bargain offered by the court was exhibited with a terseness which enabled the tract to be printed on a single sheet and so circulated in thousands through the post. Many of the dissenters were convinced, despite the twenty-four answers that appeared; such as ignored the writer's warning against a treacherous ally soon began to clamour in vain for an ‘equivalent’ for their complaisance. Their chagrin amused Halifax, who followed up the letter by his closely reasoned ‘Anatomy of an Equivalent’ (1688). How could they have dreamt, he asks, that infallibility would bear the indignity of an equivalent?
During this period, though Halifax met Shrewsbury, Nottingham, Danby, and many others of the nobles who signed the invitation to William, he repelled the overtures of Dykvelt and Sidney, and steadily refused to commit himself to the idea of revolution. The troubles, he said, would pass ‘like a shower of hail;’ the project of invasion he deemed impracticable. His inertness at this crisis is hard to reconcile with a statesmanlike appreciation of the situation. As a mid-course between absolutism and a republic, the intervention of William strongly recommended itself to an intellect whose axiom was always ‘in medio tutissimus ibis;’ but he preferred to await developments, in the hope that some strictly constitutional solution to the problem would present itself. His irresolution was unqualified by timidity. He had asserted in 1681 that Argyll was condemned on evidence upon which ‘not even a dog would be hung’ in a free country, and in June 1688 he visited the bishops in the Tower, and drafted for them a petition to the king. He was now reconciled to Sancroft, whom he had offended by the nickname of ‘Sede-Vacante,’ in reference to the primate's prolixity during the accession formalities of 1685.
In the middle of October 1688 James seems to have made some tardy efforts to conciliate Halifax, and he was present at the council on the 20th when James announced the threatened invasion. On 4 Nov. he solemnly declared, under much pressure from the king, that he had no responsibility for the invitation to William, and ten days later he framed a petition to the king demanding the summoning of a free parliament and the dismissal of Roman catholics from office. Halifax's views are given in a letter from Nottingham, who was completely under his influence (Hatton Corresp. ii. 103); but he abandoned the scheme when Rochester manifested a desire to take a part in it. He appeared, however, at the council held on the 26th, and addressed the king on the need for prompt concession and redress of grievances. At a private conference held after this meeting he expressed his views to the king with greater freedom, and James decided to send him, together with Godolphin and Nottingham, to interview William, and see if a compromise could not be arranged. Even if the negotiation had not been a feint on James's part, it is doubtful if it could have had any success; and how far Halifax was genuinely desirous of success must remain matter for conjecture.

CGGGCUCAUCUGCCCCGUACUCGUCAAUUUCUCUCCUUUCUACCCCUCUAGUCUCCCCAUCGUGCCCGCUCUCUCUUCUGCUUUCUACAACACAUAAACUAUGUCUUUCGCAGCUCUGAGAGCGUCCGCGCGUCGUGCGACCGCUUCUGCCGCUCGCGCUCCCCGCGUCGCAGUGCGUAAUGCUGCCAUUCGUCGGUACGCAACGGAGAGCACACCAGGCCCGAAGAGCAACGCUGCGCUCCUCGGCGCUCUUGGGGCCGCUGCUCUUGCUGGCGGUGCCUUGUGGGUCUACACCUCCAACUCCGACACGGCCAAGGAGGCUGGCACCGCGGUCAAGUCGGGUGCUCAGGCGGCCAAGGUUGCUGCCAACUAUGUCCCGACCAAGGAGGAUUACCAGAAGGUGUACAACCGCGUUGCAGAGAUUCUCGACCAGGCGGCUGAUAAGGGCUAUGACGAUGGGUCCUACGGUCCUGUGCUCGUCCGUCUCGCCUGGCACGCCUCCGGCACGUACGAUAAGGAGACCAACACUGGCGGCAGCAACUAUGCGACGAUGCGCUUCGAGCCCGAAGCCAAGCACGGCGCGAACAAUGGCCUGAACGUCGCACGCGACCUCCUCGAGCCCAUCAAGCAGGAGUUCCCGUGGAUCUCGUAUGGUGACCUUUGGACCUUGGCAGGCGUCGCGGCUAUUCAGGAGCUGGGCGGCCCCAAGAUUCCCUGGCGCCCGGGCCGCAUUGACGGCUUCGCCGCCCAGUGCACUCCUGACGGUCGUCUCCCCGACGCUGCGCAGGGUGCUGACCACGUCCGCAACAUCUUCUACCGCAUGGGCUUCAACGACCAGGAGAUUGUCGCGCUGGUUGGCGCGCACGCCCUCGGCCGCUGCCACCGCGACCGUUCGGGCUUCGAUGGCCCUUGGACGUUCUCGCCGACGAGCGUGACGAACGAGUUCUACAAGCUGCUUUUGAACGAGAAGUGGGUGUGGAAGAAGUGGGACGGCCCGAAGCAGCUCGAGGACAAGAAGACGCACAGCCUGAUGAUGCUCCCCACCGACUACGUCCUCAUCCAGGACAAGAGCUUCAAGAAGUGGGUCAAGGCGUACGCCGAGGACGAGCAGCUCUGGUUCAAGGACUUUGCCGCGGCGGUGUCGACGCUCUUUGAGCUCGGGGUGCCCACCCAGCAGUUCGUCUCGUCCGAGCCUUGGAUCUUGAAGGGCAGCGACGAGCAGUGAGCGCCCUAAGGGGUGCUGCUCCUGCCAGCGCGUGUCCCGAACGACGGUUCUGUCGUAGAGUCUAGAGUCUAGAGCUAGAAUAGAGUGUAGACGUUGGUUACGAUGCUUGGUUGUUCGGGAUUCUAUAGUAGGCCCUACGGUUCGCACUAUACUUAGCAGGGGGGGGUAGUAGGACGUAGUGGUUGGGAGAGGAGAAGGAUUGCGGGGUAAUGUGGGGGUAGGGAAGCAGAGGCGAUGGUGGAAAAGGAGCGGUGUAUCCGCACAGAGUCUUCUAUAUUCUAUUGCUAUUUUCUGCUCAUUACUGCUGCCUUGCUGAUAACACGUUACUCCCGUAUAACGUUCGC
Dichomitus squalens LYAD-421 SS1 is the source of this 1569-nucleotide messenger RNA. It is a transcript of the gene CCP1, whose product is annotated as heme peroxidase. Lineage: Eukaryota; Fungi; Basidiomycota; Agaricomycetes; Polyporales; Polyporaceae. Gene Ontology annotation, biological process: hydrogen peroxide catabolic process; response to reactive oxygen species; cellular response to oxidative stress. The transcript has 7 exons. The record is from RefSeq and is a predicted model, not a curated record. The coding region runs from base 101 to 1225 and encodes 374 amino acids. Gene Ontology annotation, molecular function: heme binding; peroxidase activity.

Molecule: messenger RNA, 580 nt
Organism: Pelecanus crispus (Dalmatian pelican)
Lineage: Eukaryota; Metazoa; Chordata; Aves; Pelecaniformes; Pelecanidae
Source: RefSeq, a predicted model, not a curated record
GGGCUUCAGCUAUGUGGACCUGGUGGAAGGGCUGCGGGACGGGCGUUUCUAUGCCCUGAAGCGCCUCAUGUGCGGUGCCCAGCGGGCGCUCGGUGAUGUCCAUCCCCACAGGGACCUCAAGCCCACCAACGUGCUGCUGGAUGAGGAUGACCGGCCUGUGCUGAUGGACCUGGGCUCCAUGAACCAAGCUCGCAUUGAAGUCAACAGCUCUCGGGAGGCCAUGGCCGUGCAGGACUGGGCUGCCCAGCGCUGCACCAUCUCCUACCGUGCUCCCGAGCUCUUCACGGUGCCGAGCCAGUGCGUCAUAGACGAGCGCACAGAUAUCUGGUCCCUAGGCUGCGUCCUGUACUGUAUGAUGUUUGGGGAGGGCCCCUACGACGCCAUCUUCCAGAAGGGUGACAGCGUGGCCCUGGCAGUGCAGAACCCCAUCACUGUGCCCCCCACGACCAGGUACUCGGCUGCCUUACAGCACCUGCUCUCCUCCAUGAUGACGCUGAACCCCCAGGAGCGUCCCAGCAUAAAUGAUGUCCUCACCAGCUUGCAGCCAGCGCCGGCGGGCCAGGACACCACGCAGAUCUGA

On 8 Dec. Halifax and his colleagues arrived at Hungerford. William would only consent to see them in public, and forbade all about him to hold any private intercourse with them. Nevertheless, Halifax and Burnet found an opportunity for the exchange of a few highly significant words. ‘Were the invaders desirous of getting the king into their hands?’ Burnet denied it. ‘But,’ said Halifax, ‘what if he had a mind to go away?’ ‘Nothing was so much to be wished,’ replied Burnet.
William was still prepared to propose terms even less onerous than those which Halifax had indicated to James, and Halifax may have still been desirous to mediate, an operation for which he was specially fitted. When, however, he heard that James had sent him on a sham embassy and then fled the capital, Halifax may well have had a revulsion of feeling which destroyed all his remaining sense of obligation to James, and led him to place himself at the head of those who were bent on raising William to the throne. He ‘had not been privy,’ he told Reresby, ‘to the prince's coming, but now he was here, and on so good an occasion,’ it was necessary to uphold him. The suggestion that James was driven to flight by threatening letters from Halifax is unworthy of serious attention.
During James's absence Halifax presided over the council of the lords which provided for the safety of London. On the king's unexpected return he at once proceeded to William's headquarters at Windsor, and this time he accepted, together with Shrewsbury and Delamere, the commission of frightening James from Whitehall. Arriving at midnight on 17 Dec., he proceeded to the unfortunate king's bedside, and, with a harshness which contrasted with his habitual urbanity, found a ready answer for every expostulation. On 21 Dec. the peers were summoned by William, and next day they chose Halifax as their chairman. On the 24th, at his instance, addresses were presented request-